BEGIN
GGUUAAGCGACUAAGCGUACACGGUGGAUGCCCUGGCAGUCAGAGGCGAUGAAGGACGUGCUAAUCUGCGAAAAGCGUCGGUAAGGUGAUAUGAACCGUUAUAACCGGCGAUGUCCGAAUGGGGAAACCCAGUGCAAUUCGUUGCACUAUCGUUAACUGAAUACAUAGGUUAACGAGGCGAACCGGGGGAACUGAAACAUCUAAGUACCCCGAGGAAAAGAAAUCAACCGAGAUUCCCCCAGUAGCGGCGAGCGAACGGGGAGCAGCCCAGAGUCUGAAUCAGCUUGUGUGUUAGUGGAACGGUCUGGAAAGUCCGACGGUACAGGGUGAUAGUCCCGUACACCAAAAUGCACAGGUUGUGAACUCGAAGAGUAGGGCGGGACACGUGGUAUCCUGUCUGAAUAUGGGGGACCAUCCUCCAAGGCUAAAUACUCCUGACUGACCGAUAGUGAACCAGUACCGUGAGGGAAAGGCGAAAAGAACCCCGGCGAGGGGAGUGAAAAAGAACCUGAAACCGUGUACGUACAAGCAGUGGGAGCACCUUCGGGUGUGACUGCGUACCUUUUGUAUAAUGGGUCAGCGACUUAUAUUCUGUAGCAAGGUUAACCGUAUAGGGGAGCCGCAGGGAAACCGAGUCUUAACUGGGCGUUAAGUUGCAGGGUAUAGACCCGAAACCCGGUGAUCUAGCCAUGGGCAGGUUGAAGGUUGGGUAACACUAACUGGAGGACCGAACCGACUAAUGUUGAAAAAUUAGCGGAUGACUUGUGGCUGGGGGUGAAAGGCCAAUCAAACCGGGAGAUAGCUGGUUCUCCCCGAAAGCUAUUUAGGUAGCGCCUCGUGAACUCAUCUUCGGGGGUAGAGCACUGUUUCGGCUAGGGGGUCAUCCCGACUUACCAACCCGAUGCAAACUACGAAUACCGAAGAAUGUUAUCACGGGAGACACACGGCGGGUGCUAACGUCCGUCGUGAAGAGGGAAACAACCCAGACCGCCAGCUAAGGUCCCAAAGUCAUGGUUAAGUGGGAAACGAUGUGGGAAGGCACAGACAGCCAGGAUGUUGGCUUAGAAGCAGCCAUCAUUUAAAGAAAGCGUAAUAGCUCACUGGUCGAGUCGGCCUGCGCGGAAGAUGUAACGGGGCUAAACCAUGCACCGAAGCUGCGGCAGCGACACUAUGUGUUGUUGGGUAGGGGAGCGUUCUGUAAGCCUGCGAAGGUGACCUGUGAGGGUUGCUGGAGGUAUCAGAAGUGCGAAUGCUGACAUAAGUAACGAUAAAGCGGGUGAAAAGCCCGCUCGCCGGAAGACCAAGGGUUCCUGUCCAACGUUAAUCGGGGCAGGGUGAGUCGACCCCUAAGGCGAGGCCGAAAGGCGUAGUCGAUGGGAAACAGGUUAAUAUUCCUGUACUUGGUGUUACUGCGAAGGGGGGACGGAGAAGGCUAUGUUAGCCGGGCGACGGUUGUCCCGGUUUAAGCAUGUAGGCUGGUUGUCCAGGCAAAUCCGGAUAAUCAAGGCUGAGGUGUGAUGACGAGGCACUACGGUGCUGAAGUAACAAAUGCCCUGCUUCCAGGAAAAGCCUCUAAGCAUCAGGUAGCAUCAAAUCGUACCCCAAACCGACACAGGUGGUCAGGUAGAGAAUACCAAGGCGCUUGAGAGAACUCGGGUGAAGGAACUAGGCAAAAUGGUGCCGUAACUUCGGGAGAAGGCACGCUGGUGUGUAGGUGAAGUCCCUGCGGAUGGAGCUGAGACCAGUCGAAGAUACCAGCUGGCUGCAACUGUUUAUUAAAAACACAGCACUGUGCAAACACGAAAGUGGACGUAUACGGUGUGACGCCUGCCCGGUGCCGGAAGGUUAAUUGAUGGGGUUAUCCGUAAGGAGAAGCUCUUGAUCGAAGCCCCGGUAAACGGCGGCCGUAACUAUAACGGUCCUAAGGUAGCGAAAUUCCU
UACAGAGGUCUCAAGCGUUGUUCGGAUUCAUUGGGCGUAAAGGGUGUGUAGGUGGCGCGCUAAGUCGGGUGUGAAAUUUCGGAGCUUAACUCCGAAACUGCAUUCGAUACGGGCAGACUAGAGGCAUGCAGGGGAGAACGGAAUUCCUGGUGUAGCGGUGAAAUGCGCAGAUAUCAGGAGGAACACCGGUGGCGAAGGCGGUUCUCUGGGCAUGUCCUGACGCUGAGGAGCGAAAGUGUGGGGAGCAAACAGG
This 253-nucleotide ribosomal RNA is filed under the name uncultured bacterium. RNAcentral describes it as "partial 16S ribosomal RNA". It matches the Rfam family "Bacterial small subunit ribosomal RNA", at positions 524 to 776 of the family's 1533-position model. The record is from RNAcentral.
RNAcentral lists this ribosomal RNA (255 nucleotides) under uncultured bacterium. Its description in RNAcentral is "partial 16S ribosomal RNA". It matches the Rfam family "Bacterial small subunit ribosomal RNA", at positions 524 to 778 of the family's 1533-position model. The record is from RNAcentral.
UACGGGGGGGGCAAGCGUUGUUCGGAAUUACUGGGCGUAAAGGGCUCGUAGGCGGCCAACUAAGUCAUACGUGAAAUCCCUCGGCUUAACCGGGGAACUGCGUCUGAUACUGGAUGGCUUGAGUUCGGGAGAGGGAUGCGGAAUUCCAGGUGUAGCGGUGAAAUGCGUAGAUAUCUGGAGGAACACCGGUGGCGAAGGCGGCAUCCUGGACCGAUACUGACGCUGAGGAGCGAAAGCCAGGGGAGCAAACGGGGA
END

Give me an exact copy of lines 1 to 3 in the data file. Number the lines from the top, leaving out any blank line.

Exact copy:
GGUUAAGCGACUAAGCGUACACGGUGGAUGCCCUGGCAGUCAGAGGCGAUGAAGGACGUGCUAAUCUGCGAAAAGCGUCGGUAAGGUGAUAUGAACCGUUAUAACCGGCGAUGUCCGAAUGGGGAAACCCAGUGCAAUUCGUUGCACUAUCGUUAACUGAAUACAUAGGUUAACGAGGCGAACCGGGGGAACUGAAACAUCUAAGUACCCCGAGGAAAAGAAAUCAACCGAGAUUCCCCCAGUAGCGGCGAGCGAACGGGGAGCAGCCCAGAGUCUGAAUCAGCUUGUGUGUUAGUGGAACGGUCUGGAAAGUCCGACGGUACAGGGUGAUAGUCCCGUACACCAAAAUGCACAGGUUGUGAACUCGAAGAGUAGGGCGGGACACGUGGUAUCCUGUCUGAAUAUGGGGGACCAUCCUCCAAGGCUAAAUACUCCUGACUGACCGAUAGUGAACCAGUACCGUGAGGGAAAGGCGAAAAGAACCCCGGCGAGGGGAGUGAAAAAGAACCUGAAACCGUGUACGUACAAGCAGUGGGAGCACCUUCGGGUGUGACUGCGUACCUUUUGUAUAAUGGGUCAGCGACUUAUAUUCUGUAGCAAGGUUAACCGUAUAGGGGAGCCGCAGGGAAACCGAGUCUUAACUGGGCGUUAAGUUGCAGGGUAUAGACCCGAAACCCGGUGAUCUAGCCAUGGGCAGGUUGAAGGUUGGGUAACACUAACUGGAGGACCGAACCGACUAAUGUUGAAAAAUUAGCGGAUGACUUGUGGCUGGGGGUGAAAGGCCAAUCAAACCGGGAGAUAGCUGGUUCUCCCCGAAAGCUAUUUAGGUAGCGCCUCGUGAACUCAUCUUCGGGGGUAGAGCACUGUUUCGGCUAGGGGGUCAUCCCGACUUACCAACCCGAUGCAAACUACGAAUACCGAAGAAUGUUAUCACGGGAGACACACGGCGGGUGCUAACGUCCGUCGUGAAGAGGGAAACAACCCAGACCGCCAGCUAAGGUCCCAAAGUCAUGGUUAAGUGGGAAACGAUGUGGGAAGGCACAGACAGCCAGGAUGUUGGCUUAGAAGCAGCCAUCAUUUAAAGAAAGCGUAAUAGCUCACUGGUCGAGUCGGCCUGCGCGGAAGAUGUAACGGGGCUAAACCAUGCACCGAAGCUGCGGCAGCGACACUAUGUGUUGUUGGGUAGGGGAGCGUUCUGUAAGCCUGCGAAGGUGACCUGUGAGGGUUGCUGGAGGUAUCAGAAGUGCGAAUGCUGACAUAAGUAACGAUAAAGCGGGUGAAAAGCCCGCUCGCCGGAAGACCAAGGGUUCCUGUCCAACGUUAAUCGGGGCAGGGUGAGUCGACCCCUAAGGCGAGGCCGAAAGGCGUAGUCGAUGGGAAACAGGUUAAUAUUCCUGUACUUGGUGUUACUGCGAAGGGGGGACGGAGAAGGCUAUGUUAGCCGGGCGACGGUUGUCCCGGUUUAAGCAUGUAGGCUGGUUGUCCAGGCAAAUCCGGAUAAUCAAGGCUGAGGUGUGAUGACGAGGCACUACGGUGCUGAAGUAACAAAUGCCCUGCUUCCAGGAAAAGCCUCUAAGCAUCAGGUAGCAUCAAAUCGUACCCCAAACCGACACAGGUGGUCAGGUAGAGAAUACCAAGGCGCUUGAGAGAACUCGGGUGAAGGAACUAGGCAAAAUGGUGCCGUAACUUCGGGAGAAGGCACGCUGGUGUGUAGGUGAAGUCCCUGCGGAUGGAGCUGAGACCAGUCGAAGAUACCAGCUGGCUGCAACUGUUUAUUAAAAACACAGCACUGUGCAAACACGAAAGUGGACGUAUACGGUGUGACGCCUGCCCGGUGCCGGAAGGUUAAUUGAUGGGGUUAUCCGUAAGGAGAAGCUCUUGAUCGAAGCCCCGGUAAACGGCGGCCGUAACUAUAACGGUCCUAAGGUAGCGAAAUUCCU
UACAGAGGUCUCAAGCGUUGUUCGGAUUCAUUGGGCGUAAAGGGUGUGUAGGUGGCGCGCUAAGUCGGGUGUGAAAUUUCGGAGCUUAACUCCGAAACUGCAUUCGAUACGGGCAGACUAGAGGCAUGCAGGGGAGAACGGAAUUCCUGGUGUAGCGGUGAAAUGCGCAGAUAUCAGGAGGAACACCGGUGGCGAAGGCGGUUCUCUGGGCAUGUCCUGACGCUGAGGAGCGAAAGUGUGGGGAGCAAACAGG
This 253-nucleotide ribosomal RNA is filed under the name uncultured bacterium. RNAcentral describes it as "partial 16S ribosomal RNA". It matches the Rfam family "Bacterial small subunit ribosomal RNA", at positions 524 to 776 of the family's 1533-position model. The record is from RNAcentral.